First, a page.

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This image of Earth taken from space was released by the Korean Central News Agency, Monday, Feb. 28, 2022.

This image of Earth taken from space was released by the Korean Central News Agency, Monday, Feb. 28, 2022. (KCNA)

CAMP HUMPHREYS, South Korea — North Korea conducted an “important test” of a “reconnaissance satellite” to verify the capabilities of its high-definition photographing and data-transmission systems, its state-run news agency said Monday.

The country’s aerospace and military science organizations conducted the test, according to the Korean Central News Agency. KCNA’s report did not include photographs of the launch but had pictures of Earth from space that it said were taken by cameras “loaded on the reconnaissance satellite.”

“The test is of great significance in developing the reconnaissance satellite,” KCNA claimed in its report.

The communist regime on Sunday launched what South Korea’s military believes was a ballistic missile off its eastern coast around 7:52 a.m. The missile, according to the South’s military, flew about 186 miles at a peak altitude of 385 miles. The Japan Coast Guard also confirmed the launch and its specifications.

South Korea’s Ministry of Unification in a statement Saturday expressed “deep concern” for the launch, which comes “at a time when peace and stability of the Korean Peninsula are paramount.”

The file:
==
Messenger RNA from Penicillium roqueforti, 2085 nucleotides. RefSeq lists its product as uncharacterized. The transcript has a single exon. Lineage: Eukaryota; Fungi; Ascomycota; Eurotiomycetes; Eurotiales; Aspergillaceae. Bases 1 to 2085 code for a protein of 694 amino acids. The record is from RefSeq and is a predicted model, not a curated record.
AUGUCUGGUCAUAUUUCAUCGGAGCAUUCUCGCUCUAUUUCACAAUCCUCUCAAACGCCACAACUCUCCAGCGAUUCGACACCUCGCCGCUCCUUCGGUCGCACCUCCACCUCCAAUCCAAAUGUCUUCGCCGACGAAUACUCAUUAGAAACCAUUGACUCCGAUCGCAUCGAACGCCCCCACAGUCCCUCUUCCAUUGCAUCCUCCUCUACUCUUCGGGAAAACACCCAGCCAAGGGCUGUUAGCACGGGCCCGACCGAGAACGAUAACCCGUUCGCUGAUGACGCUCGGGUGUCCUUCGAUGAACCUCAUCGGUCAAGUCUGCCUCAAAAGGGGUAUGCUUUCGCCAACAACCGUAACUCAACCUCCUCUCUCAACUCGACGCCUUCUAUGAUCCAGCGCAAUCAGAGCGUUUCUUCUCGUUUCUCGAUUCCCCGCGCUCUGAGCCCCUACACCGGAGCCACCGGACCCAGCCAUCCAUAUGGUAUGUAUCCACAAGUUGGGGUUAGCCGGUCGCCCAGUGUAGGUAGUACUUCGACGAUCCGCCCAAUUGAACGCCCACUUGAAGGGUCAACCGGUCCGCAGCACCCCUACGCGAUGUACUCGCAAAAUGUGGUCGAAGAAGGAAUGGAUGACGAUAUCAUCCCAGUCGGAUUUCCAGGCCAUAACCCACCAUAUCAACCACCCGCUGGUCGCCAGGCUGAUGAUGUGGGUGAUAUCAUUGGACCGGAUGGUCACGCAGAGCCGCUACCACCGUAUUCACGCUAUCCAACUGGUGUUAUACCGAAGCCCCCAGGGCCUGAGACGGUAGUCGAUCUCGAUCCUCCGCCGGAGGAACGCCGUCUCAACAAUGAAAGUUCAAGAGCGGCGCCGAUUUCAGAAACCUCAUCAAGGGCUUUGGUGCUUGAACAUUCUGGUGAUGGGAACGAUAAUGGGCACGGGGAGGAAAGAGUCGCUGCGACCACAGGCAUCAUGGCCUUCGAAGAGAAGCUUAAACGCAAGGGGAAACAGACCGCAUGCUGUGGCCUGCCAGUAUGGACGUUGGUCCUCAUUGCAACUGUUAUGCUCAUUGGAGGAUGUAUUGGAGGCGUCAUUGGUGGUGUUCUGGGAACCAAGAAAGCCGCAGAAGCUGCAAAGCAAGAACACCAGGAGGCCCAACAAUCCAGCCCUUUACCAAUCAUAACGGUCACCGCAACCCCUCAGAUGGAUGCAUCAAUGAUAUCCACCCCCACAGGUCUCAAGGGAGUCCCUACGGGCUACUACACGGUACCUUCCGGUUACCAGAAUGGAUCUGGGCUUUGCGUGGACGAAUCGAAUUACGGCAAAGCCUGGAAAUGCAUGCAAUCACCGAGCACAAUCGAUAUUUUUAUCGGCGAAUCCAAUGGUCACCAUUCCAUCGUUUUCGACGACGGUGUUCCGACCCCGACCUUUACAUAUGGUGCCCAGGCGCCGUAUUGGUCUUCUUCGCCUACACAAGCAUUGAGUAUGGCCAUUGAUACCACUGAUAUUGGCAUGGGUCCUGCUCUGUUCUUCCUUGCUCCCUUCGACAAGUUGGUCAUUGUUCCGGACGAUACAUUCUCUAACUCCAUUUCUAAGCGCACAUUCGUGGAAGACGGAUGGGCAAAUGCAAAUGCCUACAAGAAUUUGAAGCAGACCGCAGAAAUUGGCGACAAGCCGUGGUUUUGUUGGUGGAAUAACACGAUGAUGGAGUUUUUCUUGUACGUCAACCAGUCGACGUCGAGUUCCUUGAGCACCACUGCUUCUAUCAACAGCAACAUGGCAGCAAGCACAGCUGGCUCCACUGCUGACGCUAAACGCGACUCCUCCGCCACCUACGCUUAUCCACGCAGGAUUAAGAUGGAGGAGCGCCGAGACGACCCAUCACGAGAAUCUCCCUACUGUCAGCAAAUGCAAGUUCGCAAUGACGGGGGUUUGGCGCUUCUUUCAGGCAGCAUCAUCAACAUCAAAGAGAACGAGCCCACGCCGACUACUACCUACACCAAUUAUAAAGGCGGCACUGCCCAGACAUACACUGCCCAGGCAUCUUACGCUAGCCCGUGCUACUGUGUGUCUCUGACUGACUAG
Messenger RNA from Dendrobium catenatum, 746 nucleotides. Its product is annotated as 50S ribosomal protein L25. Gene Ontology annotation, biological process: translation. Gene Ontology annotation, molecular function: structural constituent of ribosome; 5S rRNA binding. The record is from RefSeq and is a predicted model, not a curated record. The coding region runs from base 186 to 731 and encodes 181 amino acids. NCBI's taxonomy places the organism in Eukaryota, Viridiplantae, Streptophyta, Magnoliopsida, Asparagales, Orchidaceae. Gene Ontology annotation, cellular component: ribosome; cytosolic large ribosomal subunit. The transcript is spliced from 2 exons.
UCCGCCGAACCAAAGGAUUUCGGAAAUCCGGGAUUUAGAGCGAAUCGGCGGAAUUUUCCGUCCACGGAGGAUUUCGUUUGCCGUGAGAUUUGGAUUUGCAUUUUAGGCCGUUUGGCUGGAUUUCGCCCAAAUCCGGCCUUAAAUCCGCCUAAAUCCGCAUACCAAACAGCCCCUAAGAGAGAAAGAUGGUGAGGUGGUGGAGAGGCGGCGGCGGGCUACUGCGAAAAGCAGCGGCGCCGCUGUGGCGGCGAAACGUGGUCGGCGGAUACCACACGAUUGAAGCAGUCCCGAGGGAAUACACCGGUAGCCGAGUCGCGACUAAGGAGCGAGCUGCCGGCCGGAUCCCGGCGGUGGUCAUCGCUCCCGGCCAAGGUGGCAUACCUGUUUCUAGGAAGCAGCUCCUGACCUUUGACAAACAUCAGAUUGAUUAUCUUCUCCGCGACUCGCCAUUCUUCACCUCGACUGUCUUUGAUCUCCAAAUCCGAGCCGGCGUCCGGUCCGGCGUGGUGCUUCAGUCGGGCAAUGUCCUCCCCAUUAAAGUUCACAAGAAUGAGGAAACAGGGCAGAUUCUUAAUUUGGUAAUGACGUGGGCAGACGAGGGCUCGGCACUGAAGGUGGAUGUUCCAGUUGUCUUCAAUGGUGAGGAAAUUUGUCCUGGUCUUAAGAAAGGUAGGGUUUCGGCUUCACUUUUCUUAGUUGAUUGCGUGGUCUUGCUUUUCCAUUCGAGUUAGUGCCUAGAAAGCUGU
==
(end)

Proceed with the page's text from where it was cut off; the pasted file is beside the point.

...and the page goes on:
U.S. Indo-Pacific Command released a statement Sunday condemning the launch and “assessed that this event does not pose an immediate threat to U.S. personnel, territory, or that of our allies.”

Pyongyang in recent years has tested several rockets it claimed to be part of its satellite program. The program’s stated purpose is to observe and collect data while in orbit, as well as “transmit the hymns” of North Korean leaders, according to analysts at 38 North, a North Korea-monitoring website run by the Stimson Center in Washington, D.C.

Several countries, including the United States, have assessed that North Korea uses its space launches as cover for ballistic missile tests. The U.N. Security Council sanctions North Korea and bans it from test-firing such weapons.

Following a satellite launch attempt in 2012, U.N. Secretary-General Ban Ki-moon in a statement described the move as “deplorable.”

North Korea conducted seven rounds of missile tests so far this year, including the Jan. 30 launch of a Hwasong-12 intermediate-range ballistic missile capable of reaching the U.S. territory of Guam.

David Choi is based in South Korea and reports on the U.S. military and foreign policy. He served in the U.S. Army and California Army National Guard. He graduated from the University of California, Los Angeles.
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